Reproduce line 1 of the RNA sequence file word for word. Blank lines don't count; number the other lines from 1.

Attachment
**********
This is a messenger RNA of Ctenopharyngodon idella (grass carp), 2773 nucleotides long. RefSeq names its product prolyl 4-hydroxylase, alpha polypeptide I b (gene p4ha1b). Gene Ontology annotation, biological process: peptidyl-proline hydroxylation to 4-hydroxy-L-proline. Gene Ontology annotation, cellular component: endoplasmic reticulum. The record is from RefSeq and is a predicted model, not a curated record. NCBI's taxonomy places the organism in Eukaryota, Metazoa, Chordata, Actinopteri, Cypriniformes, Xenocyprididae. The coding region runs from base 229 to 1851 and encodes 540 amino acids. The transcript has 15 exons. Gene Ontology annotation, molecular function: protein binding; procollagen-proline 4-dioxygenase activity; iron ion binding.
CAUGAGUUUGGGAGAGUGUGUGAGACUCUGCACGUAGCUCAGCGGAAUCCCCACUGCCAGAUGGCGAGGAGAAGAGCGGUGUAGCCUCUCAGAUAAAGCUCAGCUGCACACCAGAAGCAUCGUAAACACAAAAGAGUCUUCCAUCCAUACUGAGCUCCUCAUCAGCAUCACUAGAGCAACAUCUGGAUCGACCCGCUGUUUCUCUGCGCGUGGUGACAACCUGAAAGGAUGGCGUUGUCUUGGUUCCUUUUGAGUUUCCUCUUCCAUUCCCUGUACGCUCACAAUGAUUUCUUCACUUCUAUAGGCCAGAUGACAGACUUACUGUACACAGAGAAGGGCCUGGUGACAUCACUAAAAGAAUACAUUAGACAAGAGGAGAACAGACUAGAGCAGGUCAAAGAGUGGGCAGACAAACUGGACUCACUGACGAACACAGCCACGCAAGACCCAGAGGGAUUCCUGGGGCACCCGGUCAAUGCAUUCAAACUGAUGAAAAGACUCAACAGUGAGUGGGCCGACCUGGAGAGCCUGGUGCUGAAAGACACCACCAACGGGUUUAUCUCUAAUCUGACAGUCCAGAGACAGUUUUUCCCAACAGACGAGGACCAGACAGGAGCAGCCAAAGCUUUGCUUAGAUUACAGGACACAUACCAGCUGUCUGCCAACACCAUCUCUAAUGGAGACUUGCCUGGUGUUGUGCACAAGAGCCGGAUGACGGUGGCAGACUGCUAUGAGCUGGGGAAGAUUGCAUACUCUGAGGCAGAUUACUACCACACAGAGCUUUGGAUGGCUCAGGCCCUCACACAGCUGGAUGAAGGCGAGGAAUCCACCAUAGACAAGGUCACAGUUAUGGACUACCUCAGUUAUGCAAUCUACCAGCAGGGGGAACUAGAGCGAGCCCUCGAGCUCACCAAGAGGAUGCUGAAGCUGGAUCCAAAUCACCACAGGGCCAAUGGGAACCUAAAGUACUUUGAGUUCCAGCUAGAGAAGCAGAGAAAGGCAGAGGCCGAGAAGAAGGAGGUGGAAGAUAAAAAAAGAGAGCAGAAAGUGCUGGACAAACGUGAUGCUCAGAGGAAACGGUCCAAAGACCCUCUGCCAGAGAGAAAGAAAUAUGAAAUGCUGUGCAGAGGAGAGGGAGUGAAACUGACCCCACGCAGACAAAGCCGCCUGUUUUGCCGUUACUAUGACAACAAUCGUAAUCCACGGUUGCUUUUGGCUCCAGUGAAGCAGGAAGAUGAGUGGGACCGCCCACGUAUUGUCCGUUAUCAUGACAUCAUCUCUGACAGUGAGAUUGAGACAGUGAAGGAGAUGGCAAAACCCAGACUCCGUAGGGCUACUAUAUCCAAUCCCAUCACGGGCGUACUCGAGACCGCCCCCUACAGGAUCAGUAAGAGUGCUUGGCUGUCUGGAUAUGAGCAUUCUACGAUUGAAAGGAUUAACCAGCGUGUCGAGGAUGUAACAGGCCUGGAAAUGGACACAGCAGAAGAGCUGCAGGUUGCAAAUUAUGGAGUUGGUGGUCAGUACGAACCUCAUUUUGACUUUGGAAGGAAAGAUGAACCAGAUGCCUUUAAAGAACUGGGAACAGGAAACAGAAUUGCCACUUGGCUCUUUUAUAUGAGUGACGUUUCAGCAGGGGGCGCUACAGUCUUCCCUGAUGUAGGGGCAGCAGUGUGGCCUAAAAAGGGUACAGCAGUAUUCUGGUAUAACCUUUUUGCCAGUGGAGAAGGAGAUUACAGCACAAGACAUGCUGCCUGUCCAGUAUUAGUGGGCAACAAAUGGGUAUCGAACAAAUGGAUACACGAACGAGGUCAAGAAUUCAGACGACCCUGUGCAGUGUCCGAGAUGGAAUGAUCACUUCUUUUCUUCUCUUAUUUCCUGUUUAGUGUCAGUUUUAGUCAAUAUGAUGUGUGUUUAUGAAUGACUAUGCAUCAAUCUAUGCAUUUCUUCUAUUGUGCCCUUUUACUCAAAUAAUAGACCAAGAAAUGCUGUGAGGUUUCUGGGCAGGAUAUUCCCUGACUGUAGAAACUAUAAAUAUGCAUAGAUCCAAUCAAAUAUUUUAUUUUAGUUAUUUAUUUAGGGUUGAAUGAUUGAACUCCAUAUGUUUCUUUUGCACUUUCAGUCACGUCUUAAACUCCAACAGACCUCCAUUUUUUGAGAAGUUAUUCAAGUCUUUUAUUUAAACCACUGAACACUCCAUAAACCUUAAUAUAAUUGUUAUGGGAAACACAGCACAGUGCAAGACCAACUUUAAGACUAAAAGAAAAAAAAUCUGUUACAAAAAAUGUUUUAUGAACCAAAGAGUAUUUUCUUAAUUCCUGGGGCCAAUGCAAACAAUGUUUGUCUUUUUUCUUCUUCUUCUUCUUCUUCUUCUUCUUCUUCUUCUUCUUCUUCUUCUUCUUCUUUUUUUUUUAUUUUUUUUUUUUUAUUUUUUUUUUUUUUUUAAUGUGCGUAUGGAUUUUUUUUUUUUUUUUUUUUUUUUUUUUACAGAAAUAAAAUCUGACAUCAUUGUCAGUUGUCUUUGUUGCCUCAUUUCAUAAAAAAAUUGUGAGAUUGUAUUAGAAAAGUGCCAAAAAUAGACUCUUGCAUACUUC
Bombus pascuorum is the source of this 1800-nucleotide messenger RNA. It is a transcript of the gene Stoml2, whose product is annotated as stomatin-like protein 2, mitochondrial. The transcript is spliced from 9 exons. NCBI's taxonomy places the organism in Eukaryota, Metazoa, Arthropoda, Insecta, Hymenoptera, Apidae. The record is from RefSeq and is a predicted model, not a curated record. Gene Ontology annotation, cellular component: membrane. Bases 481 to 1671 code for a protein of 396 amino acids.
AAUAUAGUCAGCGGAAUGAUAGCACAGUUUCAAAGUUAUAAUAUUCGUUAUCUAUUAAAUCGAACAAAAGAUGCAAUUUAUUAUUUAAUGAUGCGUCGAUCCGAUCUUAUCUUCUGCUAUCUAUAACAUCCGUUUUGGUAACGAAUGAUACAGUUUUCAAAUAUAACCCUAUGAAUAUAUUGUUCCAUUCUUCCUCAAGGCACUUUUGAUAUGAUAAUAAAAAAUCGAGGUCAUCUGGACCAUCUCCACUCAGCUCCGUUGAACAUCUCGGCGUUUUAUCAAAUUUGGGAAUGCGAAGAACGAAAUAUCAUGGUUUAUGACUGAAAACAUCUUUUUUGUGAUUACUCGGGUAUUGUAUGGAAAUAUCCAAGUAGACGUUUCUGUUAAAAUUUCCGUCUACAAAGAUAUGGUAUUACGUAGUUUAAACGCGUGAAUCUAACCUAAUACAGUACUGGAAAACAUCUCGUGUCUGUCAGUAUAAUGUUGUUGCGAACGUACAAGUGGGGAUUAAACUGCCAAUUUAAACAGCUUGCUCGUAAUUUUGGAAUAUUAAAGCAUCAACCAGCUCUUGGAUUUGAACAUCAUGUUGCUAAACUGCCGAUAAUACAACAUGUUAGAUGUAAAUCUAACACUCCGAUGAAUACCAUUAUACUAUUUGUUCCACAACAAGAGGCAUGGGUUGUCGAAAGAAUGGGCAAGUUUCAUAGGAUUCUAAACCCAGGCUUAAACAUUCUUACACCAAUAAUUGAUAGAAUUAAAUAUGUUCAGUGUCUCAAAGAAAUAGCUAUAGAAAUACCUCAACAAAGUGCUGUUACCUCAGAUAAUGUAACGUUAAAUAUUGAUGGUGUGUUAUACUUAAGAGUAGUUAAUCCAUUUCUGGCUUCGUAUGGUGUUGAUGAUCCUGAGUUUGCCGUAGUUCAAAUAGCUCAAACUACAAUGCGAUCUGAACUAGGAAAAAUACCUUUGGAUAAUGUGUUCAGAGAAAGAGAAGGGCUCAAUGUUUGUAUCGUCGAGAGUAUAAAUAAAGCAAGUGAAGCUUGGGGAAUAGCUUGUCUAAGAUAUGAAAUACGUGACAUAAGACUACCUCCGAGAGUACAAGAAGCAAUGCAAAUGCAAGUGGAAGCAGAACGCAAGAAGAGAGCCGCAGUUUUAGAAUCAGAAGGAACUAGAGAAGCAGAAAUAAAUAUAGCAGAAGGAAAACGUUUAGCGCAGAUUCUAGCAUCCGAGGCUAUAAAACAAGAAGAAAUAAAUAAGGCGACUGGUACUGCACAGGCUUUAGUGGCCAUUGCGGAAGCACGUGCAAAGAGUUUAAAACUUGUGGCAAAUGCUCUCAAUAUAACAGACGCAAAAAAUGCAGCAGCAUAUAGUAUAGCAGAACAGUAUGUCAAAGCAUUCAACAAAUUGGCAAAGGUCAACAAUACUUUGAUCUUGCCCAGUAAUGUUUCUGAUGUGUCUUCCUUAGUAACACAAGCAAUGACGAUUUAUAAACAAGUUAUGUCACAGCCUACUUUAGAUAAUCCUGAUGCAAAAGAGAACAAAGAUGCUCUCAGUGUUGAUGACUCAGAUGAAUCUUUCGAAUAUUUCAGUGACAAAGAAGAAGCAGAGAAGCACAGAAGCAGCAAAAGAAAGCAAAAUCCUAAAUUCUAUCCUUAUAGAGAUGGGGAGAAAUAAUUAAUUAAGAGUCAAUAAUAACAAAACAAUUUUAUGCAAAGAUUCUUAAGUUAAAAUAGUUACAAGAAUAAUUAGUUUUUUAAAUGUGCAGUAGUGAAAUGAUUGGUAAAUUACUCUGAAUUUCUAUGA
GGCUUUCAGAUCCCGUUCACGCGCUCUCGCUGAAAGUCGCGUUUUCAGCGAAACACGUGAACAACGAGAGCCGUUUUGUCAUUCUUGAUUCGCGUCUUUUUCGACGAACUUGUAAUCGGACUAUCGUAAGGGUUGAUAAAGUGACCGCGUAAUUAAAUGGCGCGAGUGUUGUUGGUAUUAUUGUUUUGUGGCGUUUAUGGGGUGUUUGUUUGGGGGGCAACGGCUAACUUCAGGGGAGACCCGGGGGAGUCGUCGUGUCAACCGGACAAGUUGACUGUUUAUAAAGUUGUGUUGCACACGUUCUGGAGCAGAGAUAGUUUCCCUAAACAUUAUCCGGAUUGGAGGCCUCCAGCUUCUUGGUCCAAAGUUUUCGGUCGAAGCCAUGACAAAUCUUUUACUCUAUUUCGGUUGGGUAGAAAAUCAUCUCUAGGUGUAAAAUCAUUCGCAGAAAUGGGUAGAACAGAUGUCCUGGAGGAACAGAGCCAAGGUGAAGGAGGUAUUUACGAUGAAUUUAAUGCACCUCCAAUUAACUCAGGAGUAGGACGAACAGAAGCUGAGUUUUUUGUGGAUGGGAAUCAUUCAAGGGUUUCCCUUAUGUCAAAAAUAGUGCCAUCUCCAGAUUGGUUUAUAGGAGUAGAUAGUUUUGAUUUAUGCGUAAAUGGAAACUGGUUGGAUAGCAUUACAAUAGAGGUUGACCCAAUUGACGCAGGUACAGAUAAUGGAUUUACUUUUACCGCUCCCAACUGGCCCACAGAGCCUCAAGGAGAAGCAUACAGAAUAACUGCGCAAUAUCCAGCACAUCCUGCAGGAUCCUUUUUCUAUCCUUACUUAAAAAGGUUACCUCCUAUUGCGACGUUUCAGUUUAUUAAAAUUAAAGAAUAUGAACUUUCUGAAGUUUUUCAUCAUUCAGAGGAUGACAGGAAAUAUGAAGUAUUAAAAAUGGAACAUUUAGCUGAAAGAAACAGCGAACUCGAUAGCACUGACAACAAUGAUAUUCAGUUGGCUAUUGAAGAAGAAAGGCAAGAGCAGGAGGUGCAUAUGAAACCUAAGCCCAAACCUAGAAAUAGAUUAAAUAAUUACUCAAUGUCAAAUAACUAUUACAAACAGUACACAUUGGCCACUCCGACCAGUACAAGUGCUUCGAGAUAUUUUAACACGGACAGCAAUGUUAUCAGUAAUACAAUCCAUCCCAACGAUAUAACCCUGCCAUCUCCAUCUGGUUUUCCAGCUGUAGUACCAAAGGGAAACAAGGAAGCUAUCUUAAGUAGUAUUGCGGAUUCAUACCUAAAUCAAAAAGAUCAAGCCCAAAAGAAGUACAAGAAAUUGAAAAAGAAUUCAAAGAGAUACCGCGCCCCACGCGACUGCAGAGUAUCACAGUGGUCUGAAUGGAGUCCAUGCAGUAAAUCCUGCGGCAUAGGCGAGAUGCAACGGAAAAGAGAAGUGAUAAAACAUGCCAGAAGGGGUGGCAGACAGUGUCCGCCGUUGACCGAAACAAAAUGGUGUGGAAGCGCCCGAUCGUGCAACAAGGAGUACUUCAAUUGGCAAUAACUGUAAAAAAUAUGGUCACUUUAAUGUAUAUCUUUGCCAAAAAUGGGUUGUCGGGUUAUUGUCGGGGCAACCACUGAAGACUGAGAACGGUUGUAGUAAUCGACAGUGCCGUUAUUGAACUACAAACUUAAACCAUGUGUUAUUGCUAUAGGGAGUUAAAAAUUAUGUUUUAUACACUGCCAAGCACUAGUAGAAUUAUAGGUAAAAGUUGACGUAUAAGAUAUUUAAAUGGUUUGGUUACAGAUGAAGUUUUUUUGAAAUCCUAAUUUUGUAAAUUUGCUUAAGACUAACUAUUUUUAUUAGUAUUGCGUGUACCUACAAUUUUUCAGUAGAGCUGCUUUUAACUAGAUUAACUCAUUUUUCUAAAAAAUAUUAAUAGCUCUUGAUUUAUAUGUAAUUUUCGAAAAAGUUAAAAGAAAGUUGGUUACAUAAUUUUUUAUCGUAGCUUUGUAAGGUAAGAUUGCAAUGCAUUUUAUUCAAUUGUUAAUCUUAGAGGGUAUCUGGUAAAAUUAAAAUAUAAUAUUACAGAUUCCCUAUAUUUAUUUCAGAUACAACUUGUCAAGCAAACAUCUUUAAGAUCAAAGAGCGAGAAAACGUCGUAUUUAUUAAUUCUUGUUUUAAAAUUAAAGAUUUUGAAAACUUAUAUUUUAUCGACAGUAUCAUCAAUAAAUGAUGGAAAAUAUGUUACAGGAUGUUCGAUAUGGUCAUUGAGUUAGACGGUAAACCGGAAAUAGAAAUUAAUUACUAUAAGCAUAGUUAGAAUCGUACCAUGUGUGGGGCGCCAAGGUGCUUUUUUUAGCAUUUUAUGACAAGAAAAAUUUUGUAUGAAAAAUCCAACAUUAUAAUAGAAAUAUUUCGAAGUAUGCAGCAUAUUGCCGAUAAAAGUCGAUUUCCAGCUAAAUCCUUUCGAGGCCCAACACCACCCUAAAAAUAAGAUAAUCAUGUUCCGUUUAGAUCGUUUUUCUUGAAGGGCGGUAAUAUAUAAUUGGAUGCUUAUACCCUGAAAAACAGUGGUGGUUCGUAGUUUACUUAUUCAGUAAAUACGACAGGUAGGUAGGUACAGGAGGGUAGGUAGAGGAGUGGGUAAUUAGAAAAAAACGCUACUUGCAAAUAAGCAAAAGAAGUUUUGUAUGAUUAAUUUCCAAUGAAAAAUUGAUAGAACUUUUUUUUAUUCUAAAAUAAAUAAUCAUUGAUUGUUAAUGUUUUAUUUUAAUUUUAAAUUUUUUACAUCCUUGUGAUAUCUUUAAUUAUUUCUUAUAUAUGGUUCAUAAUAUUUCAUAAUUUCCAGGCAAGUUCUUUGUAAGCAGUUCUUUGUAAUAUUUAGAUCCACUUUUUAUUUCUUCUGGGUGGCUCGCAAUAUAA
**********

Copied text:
This is a messenger RNA of Ctenopharyngodon idella (grass carp), 2773 nucleotides long. RefSeq names its product prolyl 4-hydroxylase, alpha polypeptide I b (gene p4ha1b). Gene Ontology annotation, biological process: peptidyl-proline hydroxylation to 4-hydroxy-L-proline. Gene Ontology annotation, cellular component: endoplasmic reticulum. The record is from RefSeq and is a predicted model, not a curated record. NCBI's taxonomy places the organism in Eukaryota, Metazoa, Chordata, Actinopteri, Cypriniformes, Xenocyprididae. The coding region runs from base 229 to 1851 and encodes 540 amino acids. The transcript has 15 exons. Gene Ontology annotation, molecular function: protein binding; procollagen-proline 4-dioxygenase activity; iron ion binding.